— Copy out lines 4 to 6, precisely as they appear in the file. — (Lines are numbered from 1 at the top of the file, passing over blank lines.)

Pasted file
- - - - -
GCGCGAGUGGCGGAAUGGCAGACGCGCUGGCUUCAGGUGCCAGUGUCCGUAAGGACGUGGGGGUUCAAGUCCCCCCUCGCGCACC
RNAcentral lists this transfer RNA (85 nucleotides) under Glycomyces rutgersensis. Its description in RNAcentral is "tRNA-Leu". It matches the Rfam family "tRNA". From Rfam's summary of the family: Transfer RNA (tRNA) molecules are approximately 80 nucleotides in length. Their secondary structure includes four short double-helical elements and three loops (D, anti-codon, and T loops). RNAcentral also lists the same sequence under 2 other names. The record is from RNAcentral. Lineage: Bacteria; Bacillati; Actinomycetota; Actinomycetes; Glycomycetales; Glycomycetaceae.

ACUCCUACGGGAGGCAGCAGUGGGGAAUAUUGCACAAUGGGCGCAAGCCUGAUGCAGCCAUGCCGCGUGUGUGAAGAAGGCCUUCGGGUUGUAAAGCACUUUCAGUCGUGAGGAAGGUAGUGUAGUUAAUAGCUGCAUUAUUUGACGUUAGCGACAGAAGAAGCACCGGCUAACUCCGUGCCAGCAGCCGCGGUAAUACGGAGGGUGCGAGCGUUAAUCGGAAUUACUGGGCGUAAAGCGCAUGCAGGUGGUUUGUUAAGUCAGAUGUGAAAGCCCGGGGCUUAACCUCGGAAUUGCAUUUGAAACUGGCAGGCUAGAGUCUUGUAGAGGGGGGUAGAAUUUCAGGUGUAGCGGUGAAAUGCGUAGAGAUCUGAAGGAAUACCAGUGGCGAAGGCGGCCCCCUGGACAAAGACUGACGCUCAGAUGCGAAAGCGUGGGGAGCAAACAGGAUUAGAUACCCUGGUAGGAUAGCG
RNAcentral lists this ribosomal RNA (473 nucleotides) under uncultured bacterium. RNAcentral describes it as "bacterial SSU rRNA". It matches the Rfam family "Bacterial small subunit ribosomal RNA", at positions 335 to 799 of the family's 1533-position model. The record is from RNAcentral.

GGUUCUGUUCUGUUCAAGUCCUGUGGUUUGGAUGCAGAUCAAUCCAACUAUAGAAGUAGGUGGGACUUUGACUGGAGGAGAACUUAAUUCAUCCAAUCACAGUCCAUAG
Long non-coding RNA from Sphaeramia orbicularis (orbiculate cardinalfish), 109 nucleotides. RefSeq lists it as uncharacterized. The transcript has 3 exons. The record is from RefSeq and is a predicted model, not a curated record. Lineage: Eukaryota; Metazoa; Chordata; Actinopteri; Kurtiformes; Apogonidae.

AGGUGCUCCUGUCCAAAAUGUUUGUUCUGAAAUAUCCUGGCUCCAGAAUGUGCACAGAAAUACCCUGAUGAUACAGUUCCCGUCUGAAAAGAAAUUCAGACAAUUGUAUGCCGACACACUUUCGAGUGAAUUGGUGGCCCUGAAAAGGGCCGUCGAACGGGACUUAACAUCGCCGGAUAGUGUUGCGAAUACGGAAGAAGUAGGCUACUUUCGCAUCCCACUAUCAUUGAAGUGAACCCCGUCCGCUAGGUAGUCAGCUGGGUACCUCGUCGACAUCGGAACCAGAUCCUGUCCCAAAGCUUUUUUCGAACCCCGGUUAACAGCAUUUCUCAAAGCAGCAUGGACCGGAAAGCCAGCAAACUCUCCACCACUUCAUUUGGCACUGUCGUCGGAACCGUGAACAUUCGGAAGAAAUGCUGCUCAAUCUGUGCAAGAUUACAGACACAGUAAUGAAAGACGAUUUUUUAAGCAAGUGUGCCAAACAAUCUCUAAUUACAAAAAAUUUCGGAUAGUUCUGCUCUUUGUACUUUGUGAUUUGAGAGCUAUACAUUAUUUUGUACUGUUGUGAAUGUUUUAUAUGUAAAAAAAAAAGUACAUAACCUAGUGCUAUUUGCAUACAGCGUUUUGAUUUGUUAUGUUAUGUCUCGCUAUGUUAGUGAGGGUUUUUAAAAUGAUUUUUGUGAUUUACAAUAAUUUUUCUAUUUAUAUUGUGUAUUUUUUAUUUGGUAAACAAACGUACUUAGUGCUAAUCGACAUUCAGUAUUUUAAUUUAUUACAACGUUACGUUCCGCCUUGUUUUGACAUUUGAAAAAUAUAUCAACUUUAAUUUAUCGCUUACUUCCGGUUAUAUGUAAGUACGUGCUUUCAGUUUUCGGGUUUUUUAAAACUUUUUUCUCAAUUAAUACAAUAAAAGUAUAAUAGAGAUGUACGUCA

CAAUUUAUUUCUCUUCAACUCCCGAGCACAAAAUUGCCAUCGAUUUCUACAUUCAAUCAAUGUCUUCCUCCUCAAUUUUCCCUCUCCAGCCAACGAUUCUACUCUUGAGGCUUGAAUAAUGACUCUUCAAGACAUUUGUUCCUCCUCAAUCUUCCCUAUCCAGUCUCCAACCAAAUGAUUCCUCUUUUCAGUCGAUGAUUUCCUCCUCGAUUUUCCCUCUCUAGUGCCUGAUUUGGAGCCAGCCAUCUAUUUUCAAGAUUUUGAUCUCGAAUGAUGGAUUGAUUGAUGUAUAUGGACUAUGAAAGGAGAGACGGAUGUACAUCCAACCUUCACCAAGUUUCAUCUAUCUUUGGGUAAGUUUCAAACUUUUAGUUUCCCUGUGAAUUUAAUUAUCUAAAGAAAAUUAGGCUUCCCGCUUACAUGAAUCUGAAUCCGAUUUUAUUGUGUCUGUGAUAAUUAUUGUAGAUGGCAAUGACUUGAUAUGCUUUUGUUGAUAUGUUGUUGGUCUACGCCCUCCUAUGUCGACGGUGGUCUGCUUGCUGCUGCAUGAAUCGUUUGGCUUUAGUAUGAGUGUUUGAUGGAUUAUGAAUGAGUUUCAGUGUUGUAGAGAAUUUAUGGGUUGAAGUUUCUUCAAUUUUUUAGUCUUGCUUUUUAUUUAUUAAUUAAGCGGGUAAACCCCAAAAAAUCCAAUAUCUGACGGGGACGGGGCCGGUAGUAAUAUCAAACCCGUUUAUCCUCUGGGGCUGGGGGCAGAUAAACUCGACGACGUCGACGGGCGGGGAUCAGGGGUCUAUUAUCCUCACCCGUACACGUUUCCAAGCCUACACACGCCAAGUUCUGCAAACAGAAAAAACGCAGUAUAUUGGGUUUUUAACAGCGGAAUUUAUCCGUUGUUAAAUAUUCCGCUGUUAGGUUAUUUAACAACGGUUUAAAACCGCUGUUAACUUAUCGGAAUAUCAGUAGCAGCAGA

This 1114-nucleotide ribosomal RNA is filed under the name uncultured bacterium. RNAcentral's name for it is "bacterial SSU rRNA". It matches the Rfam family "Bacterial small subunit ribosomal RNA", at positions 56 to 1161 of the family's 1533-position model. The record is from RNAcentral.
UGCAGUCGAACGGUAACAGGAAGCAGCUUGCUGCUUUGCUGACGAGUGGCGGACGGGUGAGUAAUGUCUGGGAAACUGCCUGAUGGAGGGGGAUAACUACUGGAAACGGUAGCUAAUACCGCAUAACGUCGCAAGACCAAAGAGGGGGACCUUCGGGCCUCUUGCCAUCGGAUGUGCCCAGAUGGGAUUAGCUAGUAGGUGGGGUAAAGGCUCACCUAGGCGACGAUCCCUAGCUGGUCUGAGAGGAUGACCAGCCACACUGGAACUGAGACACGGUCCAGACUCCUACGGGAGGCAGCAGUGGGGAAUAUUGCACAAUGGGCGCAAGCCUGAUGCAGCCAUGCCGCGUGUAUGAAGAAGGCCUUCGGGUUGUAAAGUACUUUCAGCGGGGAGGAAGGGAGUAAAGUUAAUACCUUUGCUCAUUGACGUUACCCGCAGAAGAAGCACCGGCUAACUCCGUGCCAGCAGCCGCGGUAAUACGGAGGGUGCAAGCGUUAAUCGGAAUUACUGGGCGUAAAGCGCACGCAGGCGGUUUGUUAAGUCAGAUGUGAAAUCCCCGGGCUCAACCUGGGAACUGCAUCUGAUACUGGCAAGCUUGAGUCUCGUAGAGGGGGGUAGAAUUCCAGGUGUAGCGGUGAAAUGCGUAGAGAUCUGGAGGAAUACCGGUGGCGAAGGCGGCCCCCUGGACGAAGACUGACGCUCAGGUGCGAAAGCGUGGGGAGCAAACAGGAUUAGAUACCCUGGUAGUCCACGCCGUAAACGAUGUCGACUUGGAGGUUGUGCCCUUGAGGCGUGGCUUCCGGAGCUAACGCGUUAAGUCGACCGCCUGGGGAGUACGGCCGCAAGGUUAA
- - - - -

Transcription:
RNAcentral lists this ribosomal RNA (473 nucleotides) under uncultured bacterium. RNAcentral describes it as "bacterial SSU rRNA". It matches the Rfam family "Bacterial small subunit ribosomal RNA", at positions 335 to 799 of the family's 1533-position model. The record is from RNAcentral.

GGUUCUGUUCUGUUCAAGUCCUGUGGUUUGGAUGCAGAUCAAUCCAACUAUAGAAGUAGGUGGGACUUUGACUGGAGGAGAACUUAAUUCAUCCAAUCACAGUCCAUAG
Long non-coding RNA from Sphaeramia orbicularis (orbiculate cardinalfish), 109 nucleotides. RefSeq lists it as uncharacterized. The transcript has 3 exons. The record is from RefSeq and is a predicted model, not a curated record. Lineage: Eukaryota; Metazoa; Chordata; Actinopteri; Kurtiformes; Apogonidae.